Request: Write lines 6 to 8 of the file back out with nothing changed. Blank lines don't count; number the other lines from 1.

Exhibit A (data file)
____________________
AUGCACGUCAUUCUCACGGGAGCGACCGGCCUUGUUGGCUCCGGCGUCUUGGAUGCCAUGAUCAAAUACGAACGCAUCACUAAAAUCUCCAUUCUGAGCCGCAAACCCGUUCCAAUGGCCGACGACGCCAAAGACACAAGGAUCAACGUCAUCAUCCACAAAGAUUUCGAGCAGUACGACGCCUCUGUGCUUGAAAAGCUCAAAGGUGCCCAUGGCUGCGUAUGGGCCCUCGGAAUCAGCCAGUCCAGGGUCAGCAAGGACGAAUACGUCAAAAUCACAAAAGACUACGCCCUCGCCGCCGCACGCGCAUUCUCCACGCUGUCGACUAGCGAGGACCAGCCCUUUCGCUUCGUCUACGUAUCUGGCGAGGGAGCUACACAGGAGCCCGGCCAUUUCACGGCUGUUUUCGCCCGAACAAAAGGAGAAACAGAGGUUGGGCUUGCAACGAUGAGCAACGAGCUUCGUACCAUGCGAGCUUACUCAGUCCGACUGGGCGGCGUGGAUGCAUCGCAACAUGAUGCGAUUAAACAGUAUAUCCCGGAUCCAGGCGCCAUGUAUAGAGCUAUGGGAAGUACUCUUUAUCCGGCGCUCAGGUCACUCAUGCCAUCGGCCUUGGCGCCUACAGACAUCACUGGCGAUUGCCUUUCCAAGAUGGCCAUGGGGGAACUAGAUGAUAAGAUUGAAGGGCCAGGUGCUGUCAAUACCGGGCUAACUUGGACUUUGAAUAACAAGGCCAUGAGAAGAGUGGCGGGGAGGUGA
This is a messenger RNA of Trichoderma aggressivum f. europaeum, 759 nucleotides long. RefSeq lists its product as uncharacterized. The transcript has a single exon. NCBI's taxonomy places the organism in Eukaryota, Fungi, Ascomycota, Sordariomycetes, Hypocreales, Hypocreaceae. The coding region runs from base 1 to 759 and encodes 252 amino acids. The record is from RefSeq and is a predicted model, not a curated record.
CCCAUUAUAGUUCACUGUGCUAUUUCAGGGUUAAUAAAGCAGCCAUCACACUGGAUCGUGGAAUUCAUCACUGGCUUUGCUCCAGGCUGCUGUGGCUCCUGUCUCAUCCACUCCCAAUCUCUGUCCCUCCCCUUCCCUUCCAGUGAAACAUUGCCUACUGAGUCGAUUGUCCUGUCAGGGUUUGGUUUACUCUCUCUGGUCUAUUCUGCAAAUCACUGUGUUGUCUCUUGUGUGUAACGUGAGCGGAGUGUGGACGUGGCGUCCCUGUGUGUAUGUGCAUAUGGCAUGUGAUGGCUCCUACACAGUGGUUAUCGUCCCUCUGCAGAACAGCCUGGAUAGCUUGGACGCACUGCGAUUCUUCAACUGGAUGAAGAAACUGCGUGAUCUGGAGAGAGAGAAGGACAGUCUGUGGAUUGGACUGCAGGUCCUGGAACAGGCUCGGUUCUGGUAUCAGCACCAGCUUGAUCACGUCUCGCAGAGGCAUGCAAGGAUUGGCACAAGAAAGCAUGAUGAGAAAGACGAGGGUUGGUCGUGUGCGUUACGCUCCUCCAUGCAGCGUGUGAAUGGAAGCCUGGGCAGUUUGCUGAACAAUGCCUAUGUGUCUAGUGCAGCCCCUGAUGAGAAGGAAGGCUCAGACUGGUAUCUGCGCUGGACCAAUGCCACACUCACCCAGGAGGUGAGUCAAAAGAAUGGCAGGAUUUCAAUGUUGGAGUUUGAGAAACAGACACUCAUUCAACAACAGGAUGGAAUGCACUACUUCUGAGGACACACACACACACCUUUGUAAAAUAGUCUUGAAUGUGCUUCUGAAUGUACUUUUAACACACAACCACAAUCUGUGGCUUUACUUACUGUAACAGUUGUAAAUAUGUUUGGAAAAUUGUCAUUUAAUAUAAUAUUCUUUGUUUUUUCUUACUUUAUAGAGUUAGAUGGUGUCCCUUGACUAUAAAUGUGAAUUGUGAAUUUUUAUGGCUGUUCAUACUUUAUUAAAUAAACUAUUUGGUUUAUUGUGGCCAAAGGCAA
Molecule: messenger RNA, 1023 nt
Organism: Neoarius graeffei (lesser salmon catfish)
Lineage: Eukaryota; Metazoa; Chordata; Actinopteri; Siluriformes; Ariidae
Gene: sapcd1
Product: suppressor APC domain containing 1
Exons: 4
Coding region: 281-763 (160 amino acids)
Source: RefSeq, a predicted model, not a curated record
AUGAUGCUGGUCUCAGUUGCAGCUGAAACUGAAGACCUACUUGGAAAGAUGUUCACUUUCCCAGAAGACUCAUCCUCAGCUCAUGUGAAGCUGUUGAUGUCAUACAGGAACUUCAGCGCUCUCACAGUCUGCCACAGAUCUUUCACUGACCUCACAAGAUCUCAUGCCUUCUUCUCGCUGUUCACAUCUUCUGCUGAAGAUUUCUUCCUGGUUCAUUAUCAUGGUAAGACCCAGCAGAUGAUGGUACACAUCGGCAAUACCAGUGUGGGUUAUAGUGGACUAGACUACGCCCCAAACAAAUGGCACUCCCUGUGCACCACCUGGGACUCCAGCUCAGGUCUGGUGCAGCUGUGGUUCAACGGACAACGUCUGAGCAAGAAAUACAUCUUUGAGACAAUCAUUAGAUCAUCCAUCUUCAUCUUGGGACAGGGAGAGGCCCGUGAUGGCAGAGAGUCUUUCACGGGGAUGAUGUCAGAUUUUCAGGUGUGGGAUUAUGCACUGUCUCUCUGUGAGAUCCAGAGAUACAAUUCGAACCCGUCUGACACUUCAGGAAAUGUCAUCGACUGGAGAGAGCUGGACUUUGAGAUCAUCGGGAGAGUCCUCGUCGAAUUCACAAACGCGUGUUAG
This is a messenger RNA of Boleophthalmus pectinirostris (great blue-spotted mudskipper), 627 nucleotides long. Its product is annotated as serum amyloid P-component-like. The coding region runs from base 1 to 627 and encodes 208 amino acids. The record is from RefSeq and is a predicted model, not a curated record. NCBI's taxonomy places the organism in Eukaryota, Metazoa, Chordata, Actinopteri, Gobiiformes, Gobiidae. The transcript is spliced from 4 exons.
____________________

Lineage: Eukaryota; Metazoa; Chordata; Actinopteri; Siluriformes; Ariidae
Gene: sapcd1
Product: suppressor APC domain containing 1